How Working Parents Cope With Burnout

By Dennis McCafferty  |  Posted 10-29-2015 Email

Nearly all working parents have experienced burnout, and most of them say the situation has led to troubling health-related consequences, according to a recent survey from Bright Horizons. The resulting "Modern Family Index 2015" report reveals that managers remain relatively clueless about the extent of the problem. In fact, most of them dismiss burnout among parents as "avoidable." And they maintain an overly inflated sense of how well they cultivate a culture that supports work/life balance. "Working parents are a critical employee demographic," according to the report. "They make up a large percentage of the workforce; they often hold key positions; and as a result, they have the collective ability to substantially impact bottom lines. Yet … there is a surprising disconnect between managers and their workforces, and that behind closed doors many working mothers and fathers are quietly nursing costly dissatisfaction at work." As for how to address the situation? CIOs and other managers could start with open communications policies, because most working parents are currently reluctant to bring up discussions about work or stress overload. Which means it's key to take proactive steps to let these staffers know that it's OK to talk about the issues, and then work together on corrective measures. An estimated 1,000 U.S. working parents and 525 managers took part in the research, which was conducted by Kelton Global.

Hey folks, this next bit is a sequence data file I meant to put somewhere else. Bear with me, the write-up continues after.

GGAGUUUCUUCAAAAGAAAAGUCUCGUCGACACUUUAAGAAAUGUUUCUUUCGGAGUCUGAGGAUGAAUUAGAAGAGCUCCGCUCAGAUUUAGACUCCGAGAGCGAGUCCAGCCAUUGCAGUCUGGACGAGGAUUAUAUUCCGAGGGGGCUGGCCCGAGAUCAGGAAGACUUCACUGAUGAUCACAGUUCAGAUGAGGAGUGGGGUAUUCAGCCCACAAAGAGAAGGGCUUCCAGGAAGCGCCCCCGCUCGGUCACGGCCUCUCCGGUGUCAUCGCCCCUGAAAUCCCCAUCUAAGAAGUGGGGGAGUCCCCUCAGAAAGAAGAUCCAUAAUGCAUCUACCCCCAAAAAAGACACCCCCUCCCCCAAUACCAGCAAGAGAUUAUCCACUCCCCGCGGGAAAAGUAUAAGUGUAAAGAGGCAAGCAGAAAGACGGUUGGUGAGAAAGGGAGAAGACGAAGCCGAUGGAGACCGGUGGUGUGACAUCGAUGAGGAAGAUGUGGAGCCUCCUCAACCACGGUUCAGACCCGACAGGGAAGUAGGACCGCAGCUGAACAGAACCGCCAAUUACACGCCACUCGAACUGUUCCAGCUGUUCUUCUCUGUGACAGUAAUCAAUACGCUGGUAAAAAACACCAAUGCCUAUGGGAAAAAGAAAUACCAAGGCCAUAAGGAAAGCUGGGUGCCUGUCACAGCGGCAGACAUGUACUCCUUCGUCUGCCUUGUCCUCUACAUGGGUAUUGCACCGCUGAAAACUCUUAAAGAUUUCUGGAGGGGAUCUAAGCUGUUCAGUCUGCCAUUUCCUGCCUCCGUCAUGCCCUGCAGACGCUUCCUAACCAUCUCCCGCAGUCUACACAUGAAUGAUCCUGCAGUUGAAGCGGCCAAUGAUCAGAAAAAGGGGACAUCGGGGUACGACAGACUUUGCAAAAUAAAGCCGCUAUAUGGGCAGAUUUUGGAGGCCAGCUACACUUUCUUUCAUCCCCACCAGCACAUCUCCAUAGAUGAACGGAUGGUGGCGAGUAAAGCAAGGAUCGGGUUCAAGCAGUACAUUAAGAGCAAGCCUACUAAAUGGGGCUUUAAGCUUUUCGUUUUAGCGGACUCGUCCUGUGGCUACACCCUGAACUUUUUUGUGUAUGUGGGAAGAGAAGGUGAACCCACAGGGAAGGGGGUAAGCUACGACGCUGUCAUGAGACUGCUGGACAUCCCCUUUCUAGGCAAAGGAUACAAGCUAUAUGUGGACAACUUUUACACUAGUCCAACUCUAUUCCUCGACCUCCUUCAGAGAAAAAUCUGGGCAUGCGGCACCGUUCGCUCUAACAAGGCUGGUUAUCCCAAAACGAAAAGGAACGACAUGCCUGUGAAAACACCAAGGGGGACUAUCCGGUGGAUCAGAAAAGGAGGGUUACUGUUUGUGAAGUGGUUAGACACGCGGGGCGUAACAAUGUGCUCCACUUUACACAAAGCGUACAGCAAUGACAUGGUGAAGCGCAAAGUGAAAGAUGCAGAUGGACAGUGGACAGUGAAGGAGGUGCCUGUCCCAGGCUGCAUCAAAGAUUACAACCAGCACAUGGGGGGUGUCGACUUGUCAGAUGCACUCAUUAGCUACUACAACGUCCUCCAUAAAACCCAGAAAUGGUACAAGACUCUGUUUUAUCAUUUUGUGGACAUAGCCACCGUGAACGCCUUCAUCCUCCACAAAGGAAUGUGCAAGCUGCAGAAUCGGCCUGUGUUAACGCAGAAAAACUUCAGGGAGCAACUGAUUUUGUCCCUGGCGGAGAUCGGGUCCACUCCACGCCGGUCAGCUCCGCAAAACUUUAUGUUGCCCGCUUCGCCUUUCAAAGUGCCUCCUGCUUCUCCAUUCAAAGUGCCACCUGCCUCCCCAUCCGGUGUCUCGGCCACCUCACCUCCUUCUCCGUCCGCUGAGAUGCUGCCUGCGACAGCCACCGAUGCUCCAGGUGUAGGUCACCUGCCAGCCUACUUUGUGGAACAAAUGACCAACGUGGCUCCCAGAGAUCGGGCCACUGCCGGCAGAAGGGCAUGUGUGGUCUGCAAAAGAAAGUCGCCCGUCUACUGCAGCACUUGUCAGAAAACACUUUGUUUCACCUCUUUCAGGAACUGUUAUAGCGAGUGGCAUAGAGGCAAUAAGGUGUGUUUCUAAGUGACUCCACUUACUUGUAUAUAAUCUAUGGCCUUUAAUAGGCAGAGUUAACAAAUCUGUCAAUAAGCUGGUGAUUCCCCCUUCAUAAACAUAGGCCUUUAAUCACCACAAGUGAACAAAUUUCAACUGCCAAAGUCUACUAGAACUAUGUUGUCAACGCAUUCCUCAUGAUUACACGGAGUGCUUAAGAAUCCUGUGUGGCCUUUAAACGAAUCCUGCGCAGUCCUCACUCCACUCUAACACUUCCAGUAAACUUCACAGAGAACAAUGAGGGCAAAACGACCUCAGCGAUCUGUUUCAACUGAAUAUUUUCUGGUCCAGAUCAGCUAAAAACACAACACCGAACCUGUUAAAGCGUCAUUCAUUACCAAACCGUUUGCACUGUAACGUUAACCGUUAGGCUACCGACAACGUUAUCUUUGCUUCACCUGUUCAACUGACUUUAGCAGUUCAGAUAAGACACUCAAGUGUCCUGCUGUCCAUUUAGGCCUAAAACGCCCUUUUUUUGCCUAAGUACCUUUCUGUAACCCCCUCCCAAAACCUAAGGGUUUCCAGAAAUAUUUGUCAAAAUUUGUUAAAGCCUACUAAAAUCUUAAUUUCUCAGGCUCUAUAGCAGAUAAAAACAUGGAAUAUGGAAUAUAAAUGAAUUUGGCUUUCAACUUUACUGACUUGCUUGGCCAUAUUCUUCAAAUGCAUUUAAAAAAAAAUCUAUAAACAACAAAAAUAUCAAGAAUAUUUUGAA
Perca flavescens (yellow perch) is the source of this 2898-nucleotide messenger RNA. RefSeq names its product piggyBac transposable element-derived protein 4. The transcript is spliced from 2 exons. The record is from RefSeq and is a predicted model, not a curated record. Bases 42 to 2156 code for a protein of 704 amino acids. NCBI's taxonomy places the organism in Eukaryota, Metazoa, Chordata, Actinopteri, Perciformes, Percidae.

Dennis McCafferty is a freelance writer for Baseline Magazine.


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